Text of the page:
The apartment rental market was flat in the third quarter after strong growth earlier in the year, with oversupply and political tensions among the causes blamed by realty experts.
Chrek Soknim, deputy director of VTrust Property Co, Ltd, said that growth has stagnated after the January-March period saw a quarterly rise of up to 15 per cent.
“The decrease in demand in the third quarter had only one reason: the uncertainty of the political situation,” Soknim said.
Soknim added that a Class-A apartment in Phnom Penh with one room currently has an average monthly rental price of between $1,500 and $1,700, with two rooms costing $1,500-$2,000 and three rooms $2,000-US$5,000. A Class-B apartment with one room is priced at $500-US$1,300 per month, with two rooms $650-$1,500 and three rooms $700-$2,500. A Class-C apartment with one room costs less than $500 per month while with two rooms is $400-$700.
However, Po Eavkong, managing director of Asia Real Estate Cambodia Co, Ltd, rejected Soknim’s appraisal of the situation. The political crisis did not significantly affect the apartment rental market because a stream of foreign investors all requiring living quarters continued to enter the country, Eavkong said.
Asia Real Estate Cambodia saw apartment demand jump about 10 per cent in the first quarter, he said, and conceded that there was a slight decline in the third quarter.
Finding clients for apartments in districts such as Chamkarmon and Daun Penh has not been a problem, Eavkong said, but added that some areas on the outskirts of Phnom Penh like Tuol Kok and Boeung Tum Pun districts are proving more difficult, with vacant apartments accounting for up to 30 per cent of some residential buildings.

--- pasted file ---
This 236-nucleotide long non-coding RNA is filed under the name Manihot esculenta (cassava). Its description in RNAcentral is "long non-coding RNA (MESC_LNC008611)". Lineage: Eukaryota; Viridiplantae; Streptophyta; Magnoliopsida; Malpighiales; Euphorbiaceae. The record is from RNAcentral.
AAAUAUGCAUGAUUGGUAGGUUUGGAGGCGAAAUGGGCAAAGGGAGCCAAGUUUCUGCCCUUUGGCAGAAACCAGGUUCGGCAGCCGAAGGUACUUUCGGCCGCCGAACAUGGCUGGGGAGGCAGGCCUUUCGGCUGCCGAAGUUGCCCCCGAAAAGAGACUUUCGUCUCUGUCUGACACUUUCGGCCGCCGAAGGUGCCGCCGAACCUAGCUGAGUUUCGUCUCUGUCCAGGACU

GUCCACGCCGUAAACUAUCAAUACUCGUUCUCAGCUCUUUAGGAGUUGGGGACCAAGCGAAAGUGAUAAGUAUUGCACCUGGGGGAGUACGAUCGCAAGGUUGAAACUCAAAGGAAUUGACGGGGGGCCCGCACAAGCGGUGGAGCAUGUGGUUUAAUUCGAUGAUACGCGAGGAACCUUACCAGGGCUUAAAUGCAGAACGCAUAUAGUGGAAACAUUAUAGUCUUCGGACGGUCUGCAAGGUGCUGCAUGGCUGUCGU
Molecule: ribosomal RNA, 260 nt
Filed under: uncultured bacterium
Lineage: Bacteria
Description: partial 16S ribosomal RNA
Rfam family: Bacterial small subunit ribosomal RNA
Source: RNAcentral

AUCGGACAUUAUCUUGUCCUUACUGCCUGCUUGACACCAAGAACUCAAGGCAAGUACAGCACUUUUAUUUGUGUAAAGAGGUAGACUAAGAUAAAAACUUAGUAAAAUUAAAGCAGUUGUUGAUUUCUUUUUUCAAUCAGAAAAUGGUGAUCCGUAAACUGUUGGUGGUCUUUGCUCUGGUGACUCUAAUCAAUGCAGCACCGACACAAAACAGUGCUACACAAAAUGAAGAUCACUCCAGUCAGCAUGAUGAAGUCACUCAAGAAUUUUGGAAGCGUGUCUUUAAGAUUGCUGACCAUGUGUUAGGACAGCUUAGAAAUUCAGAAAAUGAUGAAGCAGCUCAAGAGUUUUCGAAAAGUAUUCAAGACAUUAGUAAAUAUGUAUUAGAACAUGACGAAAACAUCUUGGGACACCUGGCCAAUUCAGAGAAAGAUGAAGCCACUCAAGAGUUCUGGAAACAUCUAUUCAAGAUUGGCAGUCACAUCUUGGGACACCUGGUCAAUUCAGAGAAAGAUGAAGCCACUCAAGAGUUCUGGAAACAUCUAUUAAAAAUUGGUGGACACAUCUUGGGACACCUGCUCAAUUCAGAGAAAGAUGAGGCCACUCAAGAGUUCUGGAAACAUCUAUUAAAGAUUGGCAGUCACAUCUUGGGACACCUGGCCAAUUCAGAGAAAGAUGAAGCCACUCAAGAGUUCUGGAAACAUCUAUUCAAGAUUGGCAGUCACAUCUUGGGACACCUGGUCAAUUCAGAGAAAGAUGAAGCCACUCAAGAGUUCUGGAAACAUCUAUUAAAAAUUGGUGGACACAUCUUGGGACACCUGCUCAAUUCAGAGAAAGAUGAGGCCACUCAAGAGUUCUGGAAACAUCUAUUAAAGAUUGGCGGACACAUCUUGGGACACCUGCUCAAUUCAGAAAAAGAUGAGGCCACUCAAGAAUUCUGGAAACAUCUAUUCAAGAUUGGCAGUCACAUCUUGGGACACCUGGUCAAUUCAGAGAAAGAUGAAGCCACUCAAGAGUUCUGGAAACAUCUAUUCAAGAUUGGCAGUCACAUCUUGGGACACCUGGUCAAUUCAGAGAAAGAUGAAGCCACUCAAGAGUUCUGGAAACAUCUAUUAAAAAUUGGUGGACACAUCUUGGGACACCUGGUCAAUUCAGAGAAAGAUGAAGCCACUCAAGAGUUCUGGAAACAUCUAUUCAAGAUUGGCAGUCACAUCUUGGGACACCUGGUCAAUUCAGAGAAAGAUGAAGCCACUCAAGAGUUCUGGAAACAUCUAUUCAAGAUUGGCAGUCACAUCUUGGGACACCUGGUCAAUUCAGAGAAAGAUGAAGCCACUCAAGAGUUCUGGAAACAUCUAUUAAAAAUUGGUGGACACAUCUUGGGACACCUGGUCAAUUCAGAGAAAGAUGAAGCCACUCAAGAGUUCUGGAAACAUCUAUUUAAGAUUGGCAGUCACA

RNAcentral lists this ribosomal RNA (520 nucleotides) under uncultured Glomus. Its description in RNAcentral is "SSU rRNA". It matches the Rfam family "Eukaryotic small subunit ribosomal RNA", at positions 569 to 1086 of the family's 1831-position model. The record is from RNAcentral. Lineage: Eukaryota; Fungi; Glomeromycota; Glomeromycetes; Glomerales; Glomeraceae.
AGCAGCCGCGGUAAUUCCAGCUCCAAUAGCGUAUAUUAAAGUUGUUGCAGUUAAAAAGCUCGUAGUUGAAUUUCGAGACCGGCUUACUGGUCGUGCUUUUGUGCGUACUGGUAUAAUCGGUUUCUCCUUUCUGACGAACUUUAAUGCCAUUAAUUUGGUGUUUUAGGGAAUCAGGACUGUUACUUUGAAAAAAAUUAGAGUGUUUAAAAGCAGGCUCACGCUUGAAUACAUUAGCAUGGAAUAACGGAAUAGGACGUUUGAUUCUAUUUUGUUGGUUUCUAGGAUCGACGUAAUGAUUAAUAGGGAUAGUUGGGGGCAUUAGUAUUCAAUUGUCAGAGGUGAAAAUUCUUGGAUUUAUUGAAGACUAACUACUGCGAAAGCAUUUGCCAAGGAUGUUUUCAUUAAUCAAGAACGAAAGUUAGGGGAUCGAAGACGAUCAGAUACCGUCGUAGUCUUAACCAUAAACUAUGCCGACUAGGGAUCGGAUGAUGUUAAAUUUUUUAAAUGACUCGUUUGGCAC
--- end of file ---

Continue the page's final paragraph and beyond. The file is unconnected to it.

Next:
Part of the cause of the high vacancy rates in Chroy Changvar and Tuol Kok has been attributed to a recent influx of newly constructed apartment complexes.
KEY Real Estate Co, Ltd general manager Sorn Seap said his agency has not experienced a fall in demand, but also not a surge.
Noun Rithy, general manager at Bunna Reality Group Co, Ltd, sounded a more optimistic tone, saying that although the scene is rather quiet at the moment, his firm has seen a rise of some five to 10 per cent in the third quarter. Average rental prices have also risen, he added.
“The apartment market still has high potential despite supply exceeding demand to some extent,” Rithy said.
Many global investors are looking to put their money in countries that will be a part of the Association of Southeast Asian Nations economic community, which hopes to fully integrate participating countries – including Cambodia – by 2015, according to Rithy.
“Furthermore, I believe that the large apartment supply we are seeing now is not a problem, as the government has policies in place offering incentives to foreign investors and those who want to come to live in Cambodia.”